Article | Published:

Cryo-EM structure of the activated GLP-1 receptor in complex with a G protein

Nature volume 546, pages 248253 (08 June 2017) | Download Citation

Abstract

Glucagon-like peptide 1 (GLP-1) is a hormone with essential roles in regulating insulin secretion, carbohydrate metabolism and appetite. GLP-1 effects are mediated through binding to the GLP-1 receptor (GLP-1R), a class B G-protein-coupled receptor (GPCR) that signals primarily through the stimulatory G protein Gs. Class B GPCRs are important therapeutic targets; however, our understanding of their mechanism of action is limited by the lack of structural information on activated and full-length receptors. Here we report the cryo-electron microscopy structure of the peptide-activated GLP-1R–Gs complex at near atomic resolution. The peptide is clasped between the N-terminal domain and the transmembrane core of the receptor, and further stabilized by extracellular loops. Conformational changes in the transmembrane domain result in a sharp kink in the middle of transmembrane helix 6, which pivots its intracellular half outward to accommodate the α5-helix of the Ras-like domain of Gs. These results provide a structural framework for understanding class B GPCR activation through hormone binding.

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Acknowledgements

We thank M. Su for support with electron microscopy, W. Weis for comments on model refinement, and S. Reedtz-Runge, T. Egebjerg and N. Kulahin for suggesting the rabbit GLP-1R as a candidate for structural studies. This work was supported by NIH grants DK090165 and NS092695 (to G.S.) and R44 DK106942 (to ConfometRx).

Author information

Author notes

    • Georgios Skiniotis

    Present address: Department of Molecular and Cellular Physiology, and Department of Structural Biology, Stanford University School of Medicine, Stanford, California 94305, USA.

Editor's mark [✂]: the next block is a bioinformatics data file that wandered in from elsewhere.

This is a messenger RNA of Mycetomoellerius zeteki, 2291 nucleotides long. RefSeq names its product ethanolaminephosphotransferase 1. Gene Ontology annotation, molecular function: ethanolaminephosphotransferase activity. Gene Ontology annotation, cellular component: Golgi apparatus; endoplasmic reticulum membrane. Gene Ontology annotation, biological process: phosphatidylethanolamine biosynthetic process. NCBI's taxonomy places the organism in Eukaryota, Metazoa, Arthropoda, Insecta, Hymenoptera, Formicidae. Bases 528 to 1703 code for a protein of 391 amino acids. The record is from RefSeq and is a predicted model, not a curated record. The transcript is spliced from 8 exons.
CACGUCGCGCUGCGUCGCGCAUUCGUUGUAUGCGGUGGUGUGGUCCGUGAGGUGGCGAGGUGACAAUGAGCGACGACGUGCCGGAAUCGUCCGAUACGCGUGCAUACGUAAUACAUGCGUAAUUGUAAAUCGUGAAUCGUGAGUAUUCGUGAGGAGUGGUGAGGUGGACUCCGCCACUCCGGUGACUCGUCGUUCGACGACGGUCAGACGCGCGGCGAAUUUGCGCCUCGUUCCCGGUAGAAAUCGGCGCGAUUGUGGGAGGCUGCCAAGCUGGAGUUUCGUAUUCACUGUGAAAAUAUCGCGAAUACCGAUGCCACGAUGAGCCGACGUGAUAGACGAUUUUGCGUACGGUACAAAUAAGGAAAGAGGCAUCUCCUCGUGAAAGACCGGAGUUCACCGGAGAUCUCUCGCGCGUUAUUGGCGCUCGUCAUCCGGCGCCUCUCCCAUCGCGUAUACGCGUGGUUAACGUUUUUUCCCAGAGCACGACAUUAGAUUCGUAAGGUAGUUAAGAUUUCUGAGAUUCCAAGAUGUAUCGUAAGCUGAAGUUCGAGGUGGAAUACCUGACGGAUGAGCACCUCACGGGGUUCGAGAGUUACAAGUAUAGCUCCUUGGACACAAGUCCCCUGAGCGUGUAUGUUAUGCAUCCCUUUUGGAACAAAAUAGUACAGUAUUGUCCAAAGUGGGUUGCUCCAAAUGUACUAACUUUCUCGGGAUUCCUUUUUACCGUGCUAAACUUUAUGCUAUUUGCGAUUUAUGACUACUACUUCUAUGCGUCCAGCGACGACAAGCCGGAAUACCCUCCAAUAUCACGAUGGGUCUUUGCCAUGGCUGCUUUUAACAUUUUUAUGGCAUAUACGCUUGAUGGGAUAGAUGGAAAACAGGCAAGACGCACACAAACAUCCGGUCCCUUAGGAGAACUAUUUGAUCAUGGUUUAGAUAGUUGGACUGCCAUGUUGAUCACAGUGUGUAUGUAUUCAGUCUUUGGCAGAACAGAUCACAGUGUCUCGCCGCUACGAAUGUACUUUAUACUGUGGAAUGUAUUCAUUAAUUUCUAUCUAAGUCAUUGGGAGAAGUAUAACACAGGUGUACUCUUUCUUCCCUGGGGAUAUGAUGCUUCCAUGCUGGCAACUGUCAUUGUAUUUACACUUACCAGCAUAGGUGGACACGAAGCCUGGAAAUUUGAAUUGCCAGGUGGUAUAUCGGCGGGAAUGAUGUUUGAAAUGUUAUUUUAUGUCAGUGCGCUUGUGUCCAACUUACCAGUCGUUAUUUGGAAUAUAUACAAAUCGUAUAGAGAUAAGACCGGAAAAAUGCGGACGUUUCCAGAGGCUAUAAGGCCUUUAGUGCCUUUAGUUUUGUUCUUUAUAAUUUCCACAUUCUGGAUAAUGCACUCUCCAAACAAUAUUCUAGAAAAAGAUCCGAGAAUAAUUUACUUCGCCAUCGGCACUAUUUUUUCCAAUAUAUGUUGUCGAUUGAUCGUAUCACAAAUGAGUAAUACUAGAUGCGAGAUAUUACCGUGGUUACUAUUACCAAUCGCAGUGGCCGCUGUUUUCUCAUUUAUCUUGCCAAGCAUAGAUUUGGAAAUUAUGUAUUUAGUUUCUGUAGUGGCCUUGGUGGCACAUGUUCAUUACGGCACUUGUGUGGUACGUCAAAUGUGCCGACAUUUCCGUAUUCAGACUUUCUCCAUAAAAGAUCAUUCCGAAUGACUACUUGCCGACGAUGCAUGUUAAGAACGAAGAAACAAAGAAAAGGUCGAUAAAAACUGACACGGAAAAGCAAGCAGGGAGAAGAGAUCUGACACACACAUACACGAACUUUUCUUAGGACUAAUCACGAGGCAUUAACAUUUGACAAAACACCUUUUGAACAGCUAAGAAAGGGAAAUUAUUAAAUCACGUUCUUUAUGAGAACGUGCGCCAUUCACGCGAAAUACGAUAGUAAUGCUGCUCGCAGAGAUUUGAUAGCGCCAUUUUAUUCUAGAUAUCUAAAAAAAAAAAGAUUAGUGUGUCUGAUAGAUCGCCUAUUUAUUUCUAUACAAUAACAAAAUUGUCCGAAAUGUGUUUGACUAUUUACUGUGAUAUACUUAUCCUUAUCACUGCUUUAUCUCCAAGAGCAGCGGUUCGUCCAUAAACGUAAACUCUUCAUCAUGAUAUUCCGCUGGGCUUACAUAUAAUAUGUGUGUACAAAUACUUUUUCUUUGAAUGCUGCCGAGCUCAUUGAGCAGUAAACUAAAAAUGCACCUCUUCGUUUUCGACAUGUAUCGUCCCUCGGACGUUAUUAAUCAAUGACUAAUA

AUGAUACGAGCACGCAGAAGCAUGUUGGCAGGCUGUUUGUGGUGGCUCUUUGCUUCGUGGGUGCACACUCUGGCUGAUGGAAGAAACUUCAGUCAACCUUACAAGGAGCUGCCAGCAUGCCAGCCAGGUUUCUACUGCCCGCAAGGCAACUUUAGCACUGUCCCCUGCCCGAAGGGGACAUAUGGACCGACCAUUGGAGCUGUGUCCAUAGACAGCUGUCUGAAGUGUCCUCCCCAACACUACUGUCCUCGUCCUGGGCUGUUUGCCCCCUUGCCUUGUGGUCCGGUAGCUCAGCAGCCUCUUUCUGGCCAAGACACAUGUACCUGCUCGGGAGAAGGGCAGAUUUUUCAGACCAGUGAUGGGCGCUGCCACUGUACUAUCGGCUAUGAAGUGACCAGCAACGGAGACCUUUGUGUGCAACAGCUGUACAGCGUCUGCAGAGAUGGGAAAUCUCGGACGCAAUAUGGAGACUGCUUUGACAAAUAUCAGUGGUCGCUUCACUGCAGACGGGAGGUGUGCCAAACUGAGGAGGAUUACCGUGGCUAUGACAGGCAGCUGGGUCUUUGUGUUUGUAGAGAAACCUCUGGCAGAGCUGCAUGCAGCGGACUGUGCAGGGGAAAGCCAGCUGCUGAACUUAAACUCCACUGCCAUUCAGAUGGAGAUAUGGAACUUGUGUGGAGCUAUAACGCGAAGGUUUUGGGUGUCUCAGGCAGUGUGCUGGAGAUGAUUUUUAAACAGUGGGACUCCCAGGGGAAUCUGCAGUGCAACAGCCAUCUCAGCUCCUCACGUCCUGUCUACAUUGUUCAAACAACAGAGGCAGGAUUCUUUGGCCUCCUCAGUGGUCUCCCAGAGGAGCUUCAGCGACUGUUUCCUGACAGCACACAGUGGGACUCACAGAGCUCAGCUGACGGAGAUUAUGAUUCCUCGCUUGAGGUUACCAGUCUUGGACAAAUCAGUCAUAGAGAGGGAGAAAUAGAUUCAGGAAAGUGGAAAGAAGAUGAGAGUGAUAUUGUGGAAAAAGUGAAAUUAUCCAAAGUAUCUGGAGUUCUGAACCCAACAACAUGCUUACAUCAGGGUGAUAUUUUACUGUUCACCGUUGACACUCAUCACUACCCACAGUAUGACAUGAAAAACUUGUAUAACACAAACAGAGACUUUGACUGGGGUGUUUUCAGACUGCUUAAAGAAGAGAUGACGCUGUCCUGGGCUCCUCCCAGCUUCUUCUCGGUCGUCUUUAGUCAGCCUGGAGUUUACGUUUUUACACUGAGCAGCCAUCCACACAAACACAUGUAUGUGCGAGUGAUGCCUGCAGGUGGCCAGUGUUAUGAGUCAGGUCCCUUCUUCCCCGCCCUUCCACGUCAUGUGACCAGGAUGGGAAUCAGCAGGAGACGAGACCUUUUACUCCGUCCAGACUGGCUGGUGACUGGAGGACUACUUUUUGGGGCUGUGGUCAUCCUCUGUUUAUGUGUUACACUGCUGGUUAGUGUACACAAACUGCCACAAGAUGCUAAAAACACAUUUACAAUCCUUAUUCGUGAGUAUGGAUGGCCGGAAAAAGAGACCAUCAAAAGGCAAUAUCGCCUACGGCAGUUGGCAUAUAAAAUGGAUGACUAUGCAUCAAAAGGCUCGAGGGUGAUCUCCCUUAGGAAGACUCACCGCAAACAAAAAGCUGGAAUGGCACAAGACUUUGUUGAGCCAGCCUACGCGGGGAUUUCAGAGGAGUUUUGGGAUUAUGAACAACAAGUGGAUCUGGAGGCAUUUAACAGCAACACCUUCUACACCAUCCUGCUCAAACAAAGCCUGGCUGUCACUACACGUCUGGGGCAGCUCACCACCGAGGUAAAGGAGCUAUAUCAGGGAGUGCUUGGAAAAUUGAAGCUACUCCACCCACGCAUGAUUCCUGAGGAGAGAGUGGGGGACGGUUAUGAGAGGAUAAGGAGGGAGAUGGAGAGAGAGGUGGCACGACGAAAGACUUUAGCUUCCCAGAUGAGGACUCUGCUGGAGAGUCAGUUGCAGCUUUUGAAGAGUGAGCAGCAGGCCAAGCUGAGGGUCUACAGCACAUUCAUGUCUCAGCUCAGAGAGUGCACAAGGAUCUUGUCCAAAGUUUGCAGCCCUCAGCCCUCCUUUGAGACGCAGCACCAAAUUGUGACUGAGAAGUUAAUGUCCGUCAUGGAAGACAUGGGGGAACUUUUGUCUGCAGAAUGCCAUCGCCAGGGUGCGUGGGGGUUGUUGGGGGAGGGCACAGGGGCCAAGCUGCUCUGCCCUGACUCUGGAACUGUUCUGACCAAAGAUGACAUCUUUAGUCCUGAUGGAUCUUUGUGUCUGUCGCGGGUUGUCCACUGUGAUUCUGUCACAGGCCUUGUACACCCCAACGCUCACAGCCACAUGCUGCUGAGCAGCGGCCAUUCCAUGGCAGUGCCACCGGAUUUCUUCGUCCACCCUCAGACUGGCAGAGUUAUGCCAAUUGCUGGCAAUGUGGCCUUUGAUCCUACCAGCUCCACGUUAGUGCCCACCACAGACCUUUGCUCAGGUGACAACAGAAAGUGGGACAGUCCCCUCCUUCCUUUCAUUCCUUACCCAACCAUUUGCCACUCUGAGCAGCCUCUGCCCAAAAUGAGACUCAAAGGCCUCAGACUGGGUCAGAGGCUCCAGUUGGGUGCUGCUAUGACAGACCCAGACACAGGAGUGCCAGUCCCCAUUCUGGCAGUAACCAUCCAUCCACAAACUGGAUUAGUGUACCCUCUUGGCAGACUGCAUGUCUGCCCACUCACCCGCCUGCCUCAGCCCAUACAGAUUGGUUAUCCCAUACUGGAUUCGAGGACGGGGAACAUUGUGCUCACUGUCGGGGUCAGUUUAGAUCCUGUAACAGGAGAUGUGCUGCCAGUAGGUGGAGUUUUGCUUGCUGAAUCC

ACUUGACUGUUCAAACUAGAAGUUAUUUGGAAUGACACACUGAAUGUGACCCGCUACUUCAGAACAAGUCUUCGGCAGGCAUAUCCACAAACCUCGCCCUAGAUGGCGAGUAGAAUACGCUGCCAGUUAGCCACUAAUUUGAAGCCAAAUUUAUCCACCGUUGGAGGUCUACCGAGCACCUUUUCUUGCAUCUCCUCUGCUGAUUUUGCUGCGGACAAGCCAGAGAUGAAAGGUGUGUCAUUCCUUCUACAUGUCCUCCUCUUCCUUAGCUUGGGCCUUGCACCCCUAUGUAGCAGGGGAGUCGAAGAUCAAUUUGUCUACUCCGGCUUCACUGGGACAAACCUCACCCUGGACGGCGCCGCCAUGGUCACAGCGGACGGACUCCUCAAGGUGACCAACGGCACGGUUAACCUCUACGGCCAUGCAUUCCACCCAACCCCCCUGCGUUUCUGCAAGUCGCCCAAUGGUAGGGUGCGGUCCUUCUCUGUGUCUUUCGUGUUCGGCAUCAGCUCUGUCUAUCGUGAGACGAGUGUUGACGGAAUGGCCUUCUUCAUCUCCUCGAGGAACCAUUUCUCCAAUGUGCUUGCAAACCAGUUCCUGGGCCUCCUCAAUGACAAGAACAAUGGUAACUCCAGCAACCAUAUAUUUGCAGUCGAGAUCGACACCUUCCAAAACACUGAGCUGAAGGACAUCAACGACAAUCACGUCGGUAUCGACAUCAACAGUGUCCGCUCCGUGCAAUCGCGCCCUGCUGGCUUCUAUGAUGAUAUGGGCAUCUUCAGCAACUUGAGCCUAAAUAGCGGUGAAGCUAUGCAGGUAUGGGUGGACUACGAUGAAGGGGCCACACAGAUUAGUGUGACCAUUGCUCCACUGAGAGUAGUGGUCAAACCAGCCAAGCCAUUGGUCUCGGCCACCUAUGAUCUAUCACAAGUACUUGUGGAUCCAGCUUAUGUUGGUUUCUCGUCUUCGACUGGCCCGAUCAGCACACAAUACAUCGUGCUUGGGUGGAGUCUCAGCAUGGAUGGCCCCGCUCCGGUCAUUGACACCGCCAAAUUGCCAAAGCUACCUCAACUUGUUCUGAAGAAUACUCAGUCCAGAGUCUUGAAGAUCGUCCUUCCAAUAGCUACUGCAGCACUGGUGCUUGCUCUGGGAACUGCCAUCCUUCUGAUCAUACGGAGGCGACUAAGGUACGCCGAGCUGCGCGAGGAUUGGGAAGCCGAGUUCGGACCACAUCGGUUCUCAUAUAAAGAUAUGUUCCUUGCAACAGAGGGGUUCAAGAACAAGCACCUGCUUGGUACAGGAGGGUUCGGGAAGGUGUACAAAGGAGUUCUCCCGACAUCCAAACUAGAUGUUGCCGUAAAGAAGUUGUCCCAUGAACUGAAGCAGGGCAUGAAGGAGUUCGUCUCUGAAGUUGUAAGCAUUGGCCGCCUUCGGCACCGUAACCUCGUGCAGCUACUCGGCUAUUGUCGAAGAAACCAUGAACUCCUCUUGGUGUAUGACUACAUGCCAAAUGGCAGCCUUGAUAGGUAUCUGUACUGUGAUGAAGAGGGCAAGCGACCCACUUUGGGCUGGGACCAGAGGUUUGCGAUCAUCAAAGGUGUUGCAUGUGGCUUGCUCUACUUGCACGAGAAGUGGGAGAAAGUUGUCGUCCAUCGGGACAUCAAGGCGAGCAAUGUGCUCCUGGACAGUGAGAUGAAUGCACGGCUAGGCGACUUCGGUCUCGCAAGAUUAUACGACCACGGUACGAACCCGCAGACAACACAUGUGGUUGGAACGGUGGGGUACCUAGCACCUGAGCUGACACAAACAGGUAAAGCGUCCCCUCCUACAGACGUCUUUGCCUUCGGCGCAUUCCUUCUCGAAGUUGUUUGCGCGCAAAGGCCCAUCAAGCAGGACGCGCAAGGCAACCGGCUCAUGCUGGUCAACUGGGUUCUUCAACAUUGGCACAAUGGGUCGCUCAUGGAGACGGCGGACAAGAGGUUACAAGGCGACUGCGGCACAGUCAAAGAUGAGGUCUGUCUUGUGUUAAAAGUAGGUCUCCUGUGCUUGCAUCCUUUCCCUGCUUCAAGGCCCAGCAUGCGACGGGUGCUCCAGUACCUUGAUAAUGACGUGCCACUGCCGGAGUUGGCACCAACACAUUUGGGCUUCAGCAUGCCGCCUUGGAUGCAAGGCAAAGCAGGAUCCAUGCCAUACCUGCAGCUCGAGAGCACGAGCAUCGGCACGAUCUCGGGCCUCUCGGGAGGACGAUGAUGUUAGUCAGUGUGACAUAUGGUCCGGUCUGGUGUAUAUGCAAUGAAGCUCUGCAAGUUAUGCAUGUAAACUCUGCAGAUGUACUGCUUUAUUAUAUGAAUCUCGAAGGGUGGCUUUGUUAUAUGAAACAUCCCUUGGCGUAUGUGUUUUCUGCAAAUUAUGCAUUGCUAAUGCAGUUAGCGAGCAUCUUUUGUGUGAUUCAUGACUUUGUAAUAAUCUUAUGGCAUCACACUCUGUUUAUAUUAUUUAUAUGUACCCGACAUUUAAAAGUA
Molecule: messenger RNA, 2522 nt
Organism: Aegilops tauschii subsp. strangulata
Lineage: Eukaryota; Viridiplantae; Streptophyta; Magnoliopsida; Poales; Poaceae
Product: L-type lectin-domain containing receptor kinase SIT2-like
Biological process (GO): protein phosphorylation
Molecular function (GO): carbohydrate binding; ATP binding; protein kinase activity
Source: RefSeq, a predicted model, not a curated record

• Yan Zhang
    •  & Bingfa Sun

    These authors contributed equally to this work.

Affiliations

  1. Life Sciences Institute and Department of Biological Chemistry, University of Michigan Medical School, Ann Arbor, Michigan 48109, USA

    • Yan Zhang
    • , Hongli Hu
    • , Qianhui Qu
    • , Jeffrey T. Tarrasch
    •  & Georgios Skiniotis
  2. ConfometRx, 3070 Kenneth St, Santa Clara, California 95054, USA

    • Bingfa Sun
    • , Dan Feng
    • , Matthew Chu
    • , Shane Li
    • , Tong Sun Kobilka
    •  & Brian K. Kobilka
  3. Department of Molecular and Cellular Physiology, Stanford University School of Medicine, Stanford, California 94305, USA

    • Brian K. Kobilka

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Contributions

Y.Z. performed cryo-EM map calculation, model building and refinement; B.S. established GLP-1–GLP-1R–Gs complex formation strategy; B.S., D.F. and M.C. expressed and purified the complex; S.L. prepared Gs protein; H.H., Q.Q., Y.Z. acquired cryo-EM data; J.T.T. assisted in specimen screening by negative-stain EM; Y.Z., B.K.K. and G.S. analysed the data and wrote the manuscript; T.S.K, B.K.K. and G.S. supervised the project.

Competing interests

The authors declare no competing financial interests.

Corresponding authors

Correspondence to Brian K. Kobilka or Georgios Skiniotis.

Reviewer Information Nature thanks R. Glaeser, D. Poyner and T. Schwartz for their contribution to the peer review of this work.

Publisher's note: Springer Nature remains neutral with regard to jurisdictional claims in published maps and institutional affiliations.

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https://doi.org/10.1038/nature22394

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